For the last decade, traveling has been far more than an interest or a passion – it’s been a lifestyle. Between personal travel and traveling for work, I’m frequently in the position of accomplishing some work-related task while sitting at the departure gate of one airport or another. Or worse, mid-flight.

If you do any amount of international traveling, you know that internet access is one of our primary sources of anxiety. The cloud is great for long-term storage and uploading final copy, but flash drives are superior for works-in-progress, and likewise, remote access.

I’m not really a cheapskate, but I loathe to pay Deathtrap Airlines $24.95 for a couple of hours of spotty and unreliable Wi-Fi. I mean, I’ve done it, but I wasn’t happy about it. At the same time, free airport wireless is generally slower than a dial-up modem circa 1998 – it couldn’t be a worse way of maintaining a digital umbilical cord. If you have work to do, the smart move is the simplest move: put it on a flash drive and spare yourself the heartburn.

At this point in my travel career, I have the routine down to a science. From booking flights that don’t arrive during peak hours to making sure my carry-on luggage is a top-shelf backpack under 40 pounds. One of my final tasks before leaving for the airport is to write my own “insurance policy”: a custom flash drive that I got from USB Memory Direct, which at the moment contains a mere 32.90 GB of my most valuable digital data. Once the files are copied, the flash drive goes into the waterproof vinyl satchel that contains my passport and other absolutely indispensable items.

The implications should be obvious. There’s a far greater chance of something bad happening to my vulnerable, unguarded desktop computers at home and work, than me getting separated from that backpack. Likewise, if somebody wants to get their hands on my passport and personal items, they’re gonna have to do it over my dead body. Above all, if there’s work to do, I don’t need internet access.

As far as I’m concerned, that USB drive is as important, if not more so, than my actual passport when it comes to traveling the world year-round.

Gambling can be a fun way to make a little extra money on the side, there are load of ways that you can start gambling. You can easily go and a visit a casino, or if you prefer you could just go gambling online – whether you visit something like Low Deposit Casinos or simply place a few sports bets online. However, those who are in it to win some big money are often tempted to cheat. Here, we run through some of the biggest gambling scandals to date.

Sir William Gordon-Cumming

The first recorded high-profile example of cheating while gambling involves Kind Edward VII believe it or not. Based in London in the 1890s this story begins at a social gathering at the home of magnate Arthur Wilson, where then Prince Edward and his friend Sir William Gordon-Cumming were taking part in traditional card game Baccarat. Sir William was accused of adding chips to his bet after the cards had been revealed; once he was sure that he would be multiplying his money, which resulted in some significant winnings for him. People soon started to notice but Sir William denied it profusely. The case was taken to court and because Prince Edward attended, it was one of the most famous court cases to date. Sir William was forced to agree to never play cards again. During that era reputation was extremely valuable therefore to be accused of cheating was a very serious accusation and Sir William was not only ostracized by his friends, but also dismissed from the military.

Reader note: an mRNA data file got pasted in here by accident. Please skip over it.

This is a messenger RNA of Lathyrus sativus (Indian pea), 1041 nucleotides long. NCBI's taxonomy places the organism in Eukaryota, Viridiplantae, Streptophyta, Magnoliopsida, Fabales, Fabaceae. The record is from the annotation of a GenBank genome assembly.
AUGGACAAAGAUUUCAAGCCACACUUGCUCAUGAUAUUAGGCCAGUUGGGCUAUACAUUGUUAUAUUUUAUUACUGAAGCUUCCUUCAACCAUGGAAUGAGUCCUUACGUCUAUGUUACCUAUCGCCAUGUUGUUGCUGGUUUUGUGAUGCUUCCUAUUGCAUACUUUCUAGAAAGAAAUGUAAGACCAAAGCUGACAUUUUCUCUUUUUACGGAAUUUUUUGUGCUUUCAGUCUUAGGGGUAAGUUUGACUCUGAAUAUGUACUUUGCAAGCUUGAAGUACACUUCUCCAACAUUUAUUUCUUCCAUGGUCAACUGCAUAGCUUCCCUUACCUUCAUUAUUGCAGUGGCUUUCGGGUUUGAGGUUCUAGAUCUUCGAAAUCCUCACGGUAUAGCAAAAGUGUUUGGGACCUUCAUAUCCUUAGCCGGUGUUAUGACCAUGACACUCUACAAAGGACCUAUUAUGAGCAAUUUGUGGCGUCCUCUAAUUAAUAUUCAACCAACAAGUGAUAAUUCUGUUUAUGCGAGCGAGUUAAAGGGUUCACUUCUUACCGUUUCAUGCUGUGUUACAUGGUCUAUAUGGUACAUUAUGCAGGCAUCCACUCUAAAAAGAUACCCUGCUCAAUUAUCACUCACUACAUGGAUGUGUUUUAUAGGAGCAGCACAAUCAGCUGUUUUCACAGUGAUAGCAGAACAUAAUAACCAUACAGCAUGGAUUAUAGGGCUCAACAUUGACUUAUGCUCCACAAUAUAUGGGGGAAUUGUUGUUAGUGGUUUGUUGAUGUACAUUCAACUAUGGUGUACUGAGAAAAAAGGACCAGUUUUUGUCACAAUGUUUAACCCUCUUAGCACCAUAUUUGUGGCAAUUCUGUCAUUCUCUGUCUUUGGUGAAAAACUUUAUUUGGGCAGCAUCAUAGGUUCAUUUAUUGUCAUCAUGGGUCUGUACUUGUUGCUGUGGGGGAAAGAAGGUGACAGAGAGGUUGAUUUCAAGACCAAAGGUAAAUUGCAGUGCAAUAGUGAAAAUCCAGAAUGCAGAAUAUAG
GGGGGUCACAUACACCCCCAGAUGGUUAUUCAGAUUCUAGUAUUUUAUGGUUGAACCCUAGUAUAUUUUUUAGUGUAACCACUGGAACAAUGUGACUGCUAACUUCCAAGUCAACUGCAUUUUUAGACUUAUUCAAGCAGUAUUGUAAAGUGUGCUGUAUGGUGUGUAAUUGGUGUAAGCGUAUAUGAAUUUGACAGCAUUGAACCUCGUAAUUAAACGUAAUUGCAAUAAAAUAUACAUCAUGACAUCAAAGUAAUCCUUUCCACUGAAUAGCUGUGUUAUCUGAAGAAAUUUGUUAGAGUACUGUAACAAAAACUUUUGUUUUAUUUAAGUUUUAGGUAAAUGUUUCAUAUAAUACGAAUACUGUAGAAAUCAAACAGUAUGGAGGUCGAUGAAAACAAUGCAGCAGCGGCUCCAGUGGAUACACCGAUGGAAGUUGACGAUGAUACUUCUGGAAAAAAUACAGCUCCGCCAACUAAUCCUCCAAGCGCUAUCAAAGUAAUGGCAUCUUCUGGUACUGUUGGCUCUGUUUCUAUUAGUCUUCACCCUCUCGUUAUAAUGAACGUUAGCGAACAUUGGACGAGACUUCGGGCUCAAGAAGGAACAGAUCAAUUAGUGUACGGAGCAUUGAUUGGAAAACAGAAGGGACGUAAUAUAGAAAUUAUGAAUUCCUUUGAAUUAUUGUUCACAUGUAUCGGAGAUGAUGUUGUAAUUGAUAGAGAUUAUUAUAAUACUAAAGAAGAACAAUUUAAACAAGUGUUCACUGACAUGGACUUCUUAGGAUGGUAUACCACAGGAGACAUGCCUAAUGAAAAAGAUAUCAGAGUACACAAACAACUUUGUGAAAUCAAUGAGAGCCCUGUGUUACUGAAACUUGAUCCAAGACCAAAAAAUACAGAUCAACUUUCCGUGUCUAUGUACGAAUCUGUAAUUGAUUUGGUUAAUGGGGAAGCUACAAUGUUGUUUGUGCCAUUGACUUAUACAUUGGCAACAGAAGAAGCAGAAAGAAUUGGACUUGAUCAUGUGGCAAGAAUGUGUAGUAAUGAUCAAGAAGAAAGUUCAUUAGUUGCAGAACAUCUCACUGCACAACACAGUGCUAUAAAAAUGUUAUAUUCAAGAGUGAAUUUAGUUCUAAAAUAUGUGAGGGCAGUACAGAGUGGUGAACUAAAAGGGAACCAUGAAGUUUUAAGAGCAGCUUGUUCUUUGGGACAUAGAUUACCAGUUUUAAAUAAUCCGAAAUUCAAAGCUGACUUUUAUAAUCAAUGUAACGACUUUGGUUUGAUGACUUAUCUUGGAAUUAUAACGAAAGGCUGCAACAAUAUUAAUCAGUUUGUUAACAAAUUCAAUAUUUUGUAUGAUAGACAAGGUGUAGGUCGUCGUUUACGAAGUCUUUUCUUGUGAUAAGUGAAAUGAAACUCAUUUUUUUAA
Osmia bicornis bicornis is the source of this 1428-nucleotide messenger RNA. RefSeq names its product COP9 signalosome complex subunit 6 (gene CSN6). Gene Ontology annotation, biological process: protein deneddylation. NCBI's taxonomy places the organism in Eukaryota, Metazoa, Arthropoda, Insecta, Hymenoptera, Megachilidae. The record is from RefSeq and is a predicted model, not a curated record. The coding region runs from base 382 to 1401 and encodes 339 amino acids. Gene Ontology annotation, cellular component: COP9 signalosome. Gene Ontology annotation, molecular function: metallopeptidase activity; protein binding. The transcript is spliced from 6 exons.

Chicago White Sox

Placing bets on sports has been a tradition for many years and is one of the reasons why the main sporting events, like the Superbowl or boxing championships, attract such huge audiences. Players have the ability to heavily influence the outcome of events and therefore, there are often temptations for them to do so in order to win more money than they would have earned by simply winning. One example of this is during the 1919 World Series where the Chicago White Sox played the Cincinnati Reds and astounded everybody by losing. An investigation was launched, and it was found that eight of the players had conspired to lose the game in order to make a profit. The scheme involved notorious gangster Arnold Rothstein. The eight players involved were banned from playing professional baseball ever again.

Starcraft II

Our third example is centered around the up and coming world of electronic sports. Korean millenials in particular are very fond of electronic gaming, and huge competitions are taking place to find the best players. In 2015 it was found that some of the best South-Korean players acted exactly as the Chicago White Sox had, and ended up making millions based on their insincere performances in a game called Starcraft II. Eight people in total were given prison sentences for their financial crimes including one boy who was just nineteen years old.
It is important that the gambling scandals are exposed as unfortunately a few individuals are ruining the reputation of an industry which should be seen in a positive light. Gambling was designed to be a fun way to take risks with potentially life-changing pay-outs, not to be a way to exploit others. For more financial news, take a look at